Shark in Deadly Morro Bay Christmas Attack Was a Great White

A coroner’s report and DNA tests identified the shark that killed a bodyboarder in Morro Bay on Christmas Eve as a great white

A county coroner’s report has confirmed that bodyboarder Tomas Abraham Butterfield was killed by a shark in Morro Bay on Christmas Eve morning, and a DNA analysis performed by the California Department of Fish and Wildlife has identified the shark as a great white.

The report, written by San Luis Obispo County Sheriff’s Detective-Coroner William Miller and obtained by the San Luis Obispo Tribune, concludes that Butterfield died from “complications of multiple penetrating blunt force traumatic injuries” while bodyboarding at a surf area known as “The Pit” shortly after 10 a.m. on December 24, 2021.

Miller, who the Tribune reports arrived at the scene about two hours after Butterfield’s body was discovered, also stated, “It appeared that there were about three different primary bite zones: right shoulder, right side thoracic (chest) cavity, and head. The wound to his thoracic cavity appeared to be in at least two distinct arcs, indicating the shark likely re-set his purchase on the decedent.”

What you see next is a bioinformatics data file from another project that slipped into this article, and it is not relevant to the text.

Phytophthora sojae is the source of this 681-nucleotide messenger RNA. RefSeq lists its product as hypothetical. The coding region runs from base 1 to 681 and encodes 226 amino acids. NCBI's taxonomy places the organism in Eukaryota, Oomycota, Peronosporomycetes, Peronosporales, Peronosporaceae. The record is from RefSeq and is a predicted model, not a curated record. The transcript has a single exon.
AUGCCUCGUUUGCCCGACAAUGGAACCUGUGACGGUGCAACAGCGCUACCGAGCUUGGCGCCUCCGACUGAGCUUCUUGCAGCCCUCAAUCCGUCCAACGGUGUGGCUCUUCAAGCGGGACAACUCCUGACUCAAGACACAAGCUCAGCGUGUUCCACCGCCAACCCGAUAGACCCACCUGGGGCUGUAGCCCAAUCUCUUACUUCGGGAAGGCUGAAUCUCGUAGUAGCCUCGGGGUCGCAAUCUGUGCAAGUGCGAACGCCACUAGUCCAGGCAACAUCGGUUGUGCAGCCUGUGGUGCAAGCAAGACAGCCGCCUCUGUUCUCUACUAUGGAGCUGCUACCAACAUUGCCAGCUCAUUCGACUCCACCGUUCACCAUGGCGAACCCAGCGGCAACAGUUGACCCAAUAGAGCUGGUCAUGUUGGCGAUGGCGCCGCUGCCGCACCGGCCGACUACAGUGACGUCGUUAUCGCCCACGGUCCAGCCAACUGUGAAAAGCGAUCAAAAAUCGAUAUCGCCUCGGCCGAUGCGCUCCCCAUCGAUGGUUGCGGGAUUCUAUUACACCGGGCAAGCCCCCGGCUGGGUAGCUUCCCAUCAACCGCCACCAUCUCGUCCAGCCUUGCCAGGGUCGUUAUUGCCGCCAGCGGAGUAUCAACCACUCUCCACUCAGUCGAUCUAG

The autopsy, performed in coordination with pathologist Dr. Joye Carter, also recovered a piece of “what appeared to be a shark’s tooth contained between the decedent and his wetsuit in the area of his back.”

DNA tests performed by the California Department of Fish and Wildlife determined that the shark was a great white, approximately 16 feet in length.

Butterfield died within minutes of the attack and the autopsy showed no signs of drug or alcohol use, or foul play.

Butterfield is the second victim of a fatal shark attack in San Luis Obispo County in the last several decades, John Ugoretz, environmental program manager with Fish and Wildlife’s marine study division, told the Los Angeles Times.

“Shark incidents are extremely rare,” he said. “Since the 1950s, there have been 15 fatalities in the state of California.”

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